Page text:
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How do you actually buy a house? (Part 2)

Welcome back to another week of all things Cleveland real estate related thank you for being here. I’m excited to keep writing these weekly and I hope anyone reading has been enjoying them as well! So last week we started talking about how to actually go through the process of buying a house! So for continuities sake, we’ll finish with part two of that today. Someone asked me this week if it’s really that simple to buy a house. My answer: “yes, it is! That being said its a lot more nuanced, and there’s a lot of work that happens in the background from the realtors, the title company, inspectors and appraisers. But, yes it really is this simple”. So without further ado lets jump right into part two!

4) Have an Inspection! (Optional, but highly recommended)

So congrats, your offer has been accepted, and you are now under contract - yay - now what? Well in your contract your agent probably wrote after discussing it with you that you wanted an inspection. So now you have a limited number of days to get a qualified home inspector out there. Not a problem your realtor has probably worked with quite a few. However, you might be thinking what is the point of a home inspection? Isn’t my realtor supposed to know about houses? They told me this house looks great, doesn’t that mean it’s great?! Yes, some of us know a lot about houses, maybe some of us know A LOT A LOT about houses because we’ve been to 100s of home inspections and stood there for hours going through the house with the inspector. But lets be real, most of us have no electrical training, no refined knowledge of the finer issues of plumbing, we might know that your roof looks old, but not know enough about flashing to tell you if it’s time to do some work, on the chimney. Plus as realtors we maybe spend at most an hour showing a client through the house. Your inspector is going to spend at least an house specifically checking out the details of your new place, so it’s well worth it. Plus after the inspection you can re negotiate your contract to try to adjust for any issues that might come up, so it’s definitely worth doing.

5) Bank Appraisal! (If buying with a mortgage)

So while this part requires no action from you the buyer, it is extremely important to know its happening and know what the outcomes could be. Furthermore, this is to make sure you are not OVER paying for the house (as well as to help with money laundering, and fraud etc etc, not an issue for most of us). A home appraisal, could potentially have a major impact on if you get to buy your home or not. As good as we are as realtors at estimating home value, and making sure our clients are getting a good deal or making sure our clients are paying what they should for a house, we are not appraisers. The appraiser’s only job is to state to the parties involved the actual value of the house. Isn’t the value of the house what tim buying it for? Yes, it is, but also it isn’t. Lets say you’re buying a house for $150,000 and you’re doing a $10,000 down payment so your loan from the bank would be $140,000. The appraiser then comes out and, well, appraises the house.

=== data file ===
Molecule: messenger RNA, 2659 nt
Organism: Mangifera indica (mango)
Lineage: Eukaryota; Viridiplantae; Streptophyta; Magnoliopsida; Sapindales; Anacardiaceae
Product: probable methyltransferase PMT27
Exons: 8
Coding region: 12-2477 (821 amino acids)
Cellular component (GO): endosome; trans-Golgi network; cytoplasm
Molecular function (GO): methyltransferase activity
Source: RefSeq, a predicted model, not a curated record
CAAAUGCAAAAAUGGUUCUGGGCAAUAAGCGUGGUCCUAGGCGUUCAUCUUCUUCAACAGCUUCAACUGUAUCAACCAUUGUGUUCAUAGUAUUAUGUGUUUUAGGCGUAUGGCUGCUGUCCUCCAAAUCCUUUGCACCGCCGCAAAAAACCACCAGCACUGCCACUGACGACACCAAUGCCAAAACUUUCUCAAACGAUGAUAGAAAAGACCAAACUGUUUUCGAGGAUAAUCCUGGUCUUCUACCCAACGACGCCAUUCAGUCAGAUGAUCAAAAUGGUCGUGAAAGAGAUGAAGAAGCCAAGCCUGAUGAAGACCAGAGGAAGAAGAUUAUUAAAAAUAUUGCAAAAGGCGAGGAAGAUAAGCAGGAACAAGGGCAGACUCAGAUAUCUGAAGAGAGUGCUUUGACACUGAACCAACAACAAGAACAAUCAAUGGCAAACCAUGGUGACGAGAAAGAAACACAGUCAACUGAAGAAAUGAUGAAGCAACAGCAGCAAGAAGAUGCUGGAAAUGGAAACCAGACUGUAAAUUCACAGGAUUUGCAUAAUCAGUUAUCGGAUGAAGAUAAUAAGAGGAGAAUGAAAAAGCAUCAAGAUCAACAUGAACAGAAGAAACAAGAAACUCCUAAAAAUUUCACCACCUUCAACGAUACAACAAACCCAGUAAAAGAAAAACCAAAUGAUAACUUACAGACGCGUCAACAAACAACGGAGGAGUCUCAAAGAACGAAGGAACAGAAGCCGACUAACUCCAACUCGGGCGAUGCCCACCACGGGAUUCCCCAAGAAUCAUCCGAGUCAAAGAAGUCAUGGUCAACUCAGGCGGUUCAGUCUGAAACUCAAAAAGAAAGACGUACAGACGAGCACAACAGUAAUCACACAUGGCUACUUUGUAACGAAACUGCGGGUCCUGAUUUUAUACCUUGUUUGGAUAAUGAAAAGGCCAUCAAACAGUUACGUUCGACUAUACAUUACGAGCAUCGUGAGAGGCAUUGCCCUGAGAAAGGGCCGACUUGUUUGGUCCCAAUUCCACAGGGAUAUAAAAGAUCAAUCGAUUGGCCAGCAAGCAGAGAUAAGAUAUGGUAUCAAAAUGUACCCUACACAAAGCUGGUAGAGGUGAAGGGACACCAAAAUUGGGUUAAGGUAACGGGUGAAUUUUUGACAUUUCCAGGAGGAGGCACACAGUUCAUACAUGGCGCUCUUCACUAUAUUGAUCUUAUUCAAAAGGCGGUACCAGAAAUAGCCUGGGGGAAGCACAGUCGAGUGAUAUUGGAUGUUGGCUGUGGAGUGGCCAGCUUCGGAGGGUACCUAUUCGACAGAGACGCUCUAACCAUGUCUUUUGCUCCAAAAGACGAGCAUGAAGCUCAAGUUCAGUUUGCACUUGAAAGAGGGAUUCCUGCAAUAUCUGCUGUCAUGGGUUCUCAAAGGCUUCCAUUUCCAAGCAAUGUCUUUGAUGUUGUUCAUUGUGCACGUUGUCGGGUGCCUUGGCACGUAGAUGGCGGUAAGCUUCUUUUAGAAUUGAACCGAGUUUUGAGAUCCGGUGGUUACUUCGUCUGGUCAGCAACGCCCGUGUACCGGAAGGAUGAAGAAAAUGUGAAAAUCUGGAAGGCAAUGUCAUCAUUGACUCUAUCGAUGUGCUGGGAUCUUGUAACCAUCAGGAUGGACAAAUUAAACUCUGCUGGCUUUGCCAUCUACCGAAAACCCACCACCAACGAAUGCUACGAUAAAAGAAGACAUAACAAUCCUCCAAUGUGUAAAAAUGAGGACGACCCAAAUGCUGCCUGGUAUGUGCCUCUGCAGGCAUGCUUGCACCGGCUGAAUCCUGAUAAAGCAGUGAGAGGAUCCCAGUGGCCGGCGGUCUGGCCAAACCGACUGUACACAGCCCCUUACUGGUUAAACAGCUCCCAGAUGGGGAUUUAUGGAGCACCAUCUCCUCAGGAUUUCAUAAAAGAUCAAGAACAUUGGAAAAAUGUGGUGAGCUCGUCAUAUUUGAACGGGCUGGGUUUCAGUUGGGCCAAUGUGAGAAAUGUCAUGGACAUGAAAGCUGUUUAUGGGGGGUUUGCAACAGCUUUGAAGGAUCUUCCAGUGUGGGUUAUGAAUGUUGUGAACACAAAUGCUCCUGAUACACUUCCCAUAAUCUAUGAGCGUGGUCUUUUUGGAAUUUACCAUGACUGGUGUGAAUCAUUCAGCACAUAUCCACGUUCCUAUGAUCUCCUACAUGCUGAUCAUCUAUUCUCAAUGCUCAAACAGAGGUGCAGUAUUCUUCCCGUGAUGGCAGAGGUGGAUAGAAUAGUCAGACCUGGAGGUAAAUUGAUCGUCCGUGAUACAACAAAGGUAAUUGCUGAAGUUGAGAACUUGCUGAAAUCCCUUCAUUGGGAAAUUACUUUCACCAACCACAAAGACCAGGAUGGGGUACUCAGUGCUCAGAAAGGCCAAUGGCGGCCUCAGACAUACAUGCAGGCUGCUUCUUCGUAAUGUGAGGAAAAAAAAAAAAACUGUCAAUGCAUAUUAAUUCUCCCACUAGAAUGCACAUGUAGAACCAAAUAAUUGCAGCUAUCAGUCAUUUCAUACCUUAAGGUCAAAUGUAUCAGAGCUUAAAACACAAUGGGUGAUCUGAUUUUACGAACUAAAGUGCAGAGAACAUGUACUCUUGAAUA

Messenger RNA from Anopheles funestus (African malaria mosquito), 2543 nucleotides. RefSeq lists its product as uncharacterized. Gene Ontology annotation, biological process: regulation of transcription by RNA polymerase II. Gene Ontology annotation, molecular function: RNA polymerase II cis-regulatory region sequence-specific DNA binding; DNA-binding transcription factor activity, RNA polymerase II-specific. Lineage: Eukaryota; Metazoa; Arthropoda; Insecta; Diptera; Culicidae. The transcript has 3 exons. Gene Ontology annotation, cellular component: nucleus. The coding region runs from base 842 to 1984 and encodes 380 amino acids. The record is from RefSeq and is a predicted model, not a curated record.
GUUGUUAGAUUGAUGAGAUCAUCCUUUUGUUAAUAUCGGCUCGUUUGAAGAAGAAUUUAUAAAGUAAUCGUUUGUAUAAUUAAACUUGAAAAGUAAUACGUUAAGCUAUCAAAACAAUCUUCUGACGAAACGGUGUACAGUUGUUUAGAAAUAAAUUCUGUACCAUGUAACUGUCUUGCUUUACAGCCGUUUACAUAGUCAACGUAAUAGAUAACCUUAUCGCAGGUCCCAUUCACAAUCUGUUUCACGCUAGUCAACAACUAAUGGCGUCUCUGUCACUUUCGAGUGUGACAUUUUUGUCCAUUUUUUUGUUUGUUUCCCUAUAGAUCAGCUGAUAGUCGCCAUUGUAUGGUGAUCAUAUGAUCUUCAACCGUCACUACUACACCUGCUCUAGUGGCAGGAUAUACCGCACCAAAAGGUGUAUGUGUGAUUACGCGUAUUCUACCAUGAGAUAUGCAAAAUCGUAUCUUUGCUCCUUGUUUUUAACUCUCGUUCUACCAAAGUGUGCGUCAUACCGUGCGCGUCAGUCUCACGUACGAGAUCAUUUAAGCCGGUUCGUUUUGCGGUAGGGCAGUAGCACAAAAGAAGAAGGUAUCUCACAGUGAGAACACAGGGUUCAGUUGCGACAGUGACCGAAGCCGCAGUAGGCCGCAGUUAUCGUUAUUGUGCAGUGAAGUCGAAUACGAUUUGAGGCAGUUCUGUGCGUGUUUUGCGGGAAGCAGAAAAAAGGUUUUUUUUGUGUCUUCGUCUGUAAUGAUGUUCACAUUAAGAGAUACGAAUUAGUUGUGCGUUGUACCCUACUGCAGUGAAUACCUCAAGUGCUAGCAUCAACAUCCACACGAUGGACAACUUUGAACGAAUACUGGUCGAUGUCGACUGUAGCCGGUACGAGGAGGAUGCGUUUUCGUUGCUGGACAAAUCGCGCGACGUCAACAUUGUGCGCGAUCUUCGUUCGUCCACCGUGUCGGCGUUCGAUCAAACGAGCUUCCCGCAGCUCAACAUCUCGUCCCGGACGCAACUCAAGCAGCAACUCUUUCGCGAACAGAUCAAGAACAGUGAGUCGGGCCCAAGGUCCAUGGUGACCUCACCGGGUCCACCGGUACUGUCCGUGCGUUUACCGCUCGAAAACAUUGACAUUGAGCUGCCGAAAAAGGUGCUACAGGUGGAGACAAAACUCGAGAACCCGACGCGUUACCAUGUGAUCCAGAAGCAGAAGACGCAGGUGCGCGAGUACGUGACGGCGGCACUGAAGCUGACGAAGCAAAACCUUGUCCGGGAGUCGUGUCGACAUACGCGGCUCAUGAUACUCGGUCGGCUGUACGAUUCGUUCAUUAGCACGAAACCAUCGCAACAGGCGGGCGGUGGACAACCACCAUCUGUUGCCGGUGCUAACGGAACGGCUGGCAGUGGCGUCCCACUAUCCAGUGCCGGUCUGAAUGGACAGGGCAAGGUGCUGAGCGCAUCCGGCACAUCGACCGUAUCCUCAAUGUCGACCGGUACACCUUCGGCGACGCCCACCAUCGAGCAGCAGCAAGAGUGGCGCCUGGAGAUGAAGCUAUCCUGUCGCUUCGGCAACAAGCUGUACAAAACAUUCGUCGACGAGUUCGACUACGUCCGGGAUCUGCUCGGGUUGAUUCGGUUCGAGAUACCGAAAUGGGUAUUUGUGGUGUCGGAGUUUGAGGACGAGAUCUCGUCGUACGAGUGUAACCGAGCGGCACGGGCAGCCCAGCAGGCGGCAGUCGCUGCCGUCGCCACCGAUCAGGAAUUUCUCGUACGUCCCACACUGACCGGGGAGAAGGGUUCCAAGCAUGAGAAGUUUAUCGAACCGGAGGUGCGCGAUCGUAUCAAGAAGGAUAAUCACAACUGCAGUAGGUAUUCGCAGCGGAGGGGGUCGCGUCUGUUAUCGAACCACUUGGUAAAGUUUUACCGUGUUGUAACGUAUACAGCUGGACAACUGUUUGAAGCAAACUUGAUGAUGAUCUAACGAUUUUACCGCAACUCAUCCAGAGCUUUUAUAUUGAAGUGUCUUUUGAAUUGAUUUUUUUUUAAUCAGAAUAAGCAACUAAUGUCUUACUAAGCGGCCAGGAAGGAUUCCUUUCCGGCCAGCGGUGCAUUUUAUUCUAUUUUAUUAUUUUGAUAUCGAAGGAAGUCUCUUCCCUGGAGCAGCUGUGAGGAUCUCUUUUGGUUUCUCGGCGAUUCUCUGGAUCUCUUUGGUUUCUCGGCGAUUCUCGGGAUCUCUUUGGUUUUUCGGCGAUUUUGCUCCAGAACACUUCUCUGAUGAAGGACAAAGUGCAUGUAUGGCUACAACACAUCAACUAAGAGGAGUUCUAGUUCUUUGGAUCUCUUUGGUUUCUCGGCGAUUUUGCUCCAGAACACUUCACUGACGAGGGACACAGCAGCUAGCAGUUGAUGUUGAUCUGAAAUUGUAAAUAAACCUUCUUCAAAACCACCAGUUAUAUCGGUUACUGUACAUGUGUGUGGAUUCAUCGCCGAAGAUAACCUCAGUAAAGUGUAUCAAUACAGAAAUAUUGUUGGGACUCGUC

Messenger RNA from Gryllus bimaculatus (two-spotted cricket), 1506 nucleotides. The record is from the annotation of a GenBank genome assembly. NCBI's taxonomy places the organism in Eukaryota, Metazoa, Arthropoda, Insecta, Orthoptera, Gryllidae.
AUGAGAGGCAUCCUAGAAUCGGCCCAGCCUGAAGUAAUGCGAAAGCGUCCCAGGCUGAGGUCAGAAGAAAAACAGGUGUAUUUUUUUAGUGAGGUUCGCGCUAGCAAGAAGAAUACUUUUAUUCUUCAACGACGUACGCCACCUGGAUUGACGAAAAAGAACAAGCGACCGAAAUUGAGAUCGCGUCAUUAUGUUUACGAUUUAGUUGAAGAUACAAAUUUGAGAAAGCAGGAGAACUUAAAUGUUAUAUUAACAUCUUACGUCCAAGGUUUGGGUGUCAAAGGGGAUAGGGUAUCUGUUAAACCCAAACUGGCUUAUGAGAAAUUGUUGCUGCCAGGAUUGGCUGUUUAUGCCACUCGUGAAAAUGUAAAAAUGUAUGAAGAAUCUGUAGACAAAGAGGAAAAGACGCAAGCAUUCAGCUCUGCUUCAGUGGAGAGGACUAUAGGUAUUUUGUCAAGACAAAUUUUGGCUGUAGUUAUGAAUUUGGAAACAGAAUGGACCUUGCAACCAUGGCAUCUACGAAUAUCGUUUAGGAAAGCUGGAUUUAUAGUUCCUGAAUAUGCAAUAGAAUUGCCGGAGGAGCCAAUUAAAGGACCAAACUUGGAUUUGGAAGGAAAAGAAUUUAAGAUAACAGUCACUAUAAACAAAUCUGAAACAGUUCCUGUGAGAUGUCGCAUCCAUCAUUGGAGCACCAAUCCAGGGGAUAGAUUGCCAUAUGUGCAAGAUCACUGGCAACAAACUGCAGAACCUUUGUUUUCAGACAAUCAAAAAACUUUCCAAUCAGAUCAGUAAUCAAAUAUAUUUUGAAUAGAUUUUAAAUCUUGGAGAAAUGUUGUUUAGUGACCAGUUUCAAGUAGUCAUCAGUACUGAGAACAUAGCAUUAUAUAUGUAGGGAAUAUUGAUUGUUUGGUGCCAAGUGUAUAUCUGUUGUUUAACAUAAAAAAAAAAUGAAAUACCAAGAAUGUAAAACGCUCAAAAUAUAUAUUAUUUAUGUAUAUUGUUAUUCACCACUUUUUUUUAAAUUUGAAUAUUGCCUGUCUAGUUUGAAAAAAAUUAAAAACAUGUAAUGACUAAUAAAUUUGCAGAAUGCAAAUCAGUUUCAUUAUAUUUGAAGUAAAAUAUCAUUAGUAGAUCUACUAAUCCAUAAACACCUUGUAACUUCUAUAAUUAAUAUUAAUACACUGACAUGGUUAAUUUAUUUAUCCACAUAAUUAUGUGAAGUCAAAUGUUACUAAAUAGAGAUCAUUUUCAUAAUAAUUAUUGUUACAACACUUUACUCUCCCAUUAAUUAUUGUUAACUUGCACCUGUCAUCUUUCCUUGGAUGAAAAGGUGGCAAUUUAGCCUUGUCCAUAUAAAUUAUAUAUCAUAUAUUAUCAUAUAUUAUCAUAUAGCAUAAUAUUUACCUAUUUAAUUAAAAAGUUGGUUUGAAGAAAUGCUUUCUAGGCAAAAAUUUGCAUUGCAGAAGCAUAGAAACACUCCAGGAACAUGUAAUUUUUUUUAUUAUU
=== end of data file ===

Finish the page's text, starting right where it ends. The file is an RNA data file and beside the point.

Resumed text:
A few things could happen here: 1) your new house, is worth $150,000 and you are free to finish the deal, and everyone is happy. 2) the house appraises for more than $150,000 and congrats, you got a great deal! 3) the house appraises for less than $150,000. This third option is where you could have issues closing on your home, but it’s also where the system is working for your to ensure you don’t over pay. The thing is, the bank isn’t going to lend you money if your house under appraises. So lets use the numbers above, so lets say your house appraises at $140,000 and you’re trying to buy it for $150,000. To protect you, and themselves, the bank is going to adjust the loan they are giving you to only cover the appraised amount. That means that instead of lending you the difference between your down payment, and the rest of the agreed contract price on the house: $150,000 - $10,000 = $140,000. they are instead only going to lend you the appraised value of the house $140,000 - $10,000 = $130,000. So now what happens? Can I still buy the house? Does the seller come down in price? Do I pay the difference in cash? The answer to all of this is yes. Any of the above could happen depending on what you work out with the seller and the bank. I would generally not advise you to buy something for more than it’s worth, but at the end of the day, that is totally up to you the buyer!

6) Get Ready for a lot of Signing!

So once everything is figured out, and you’ve given your lender and the title company enough time to get all the documents ready, all you now have to do, is get your money together for your closing costs and downpayment. well you also have to get together with someone from the title company to sign all your paperwork. After than all you have to do is wait for the house to transfer to your name (usually under 24 hours) and voila, you have a new home!

Bonus Pro Tip: don’t forget to bring toilet paper to your new place when you’re moving in!


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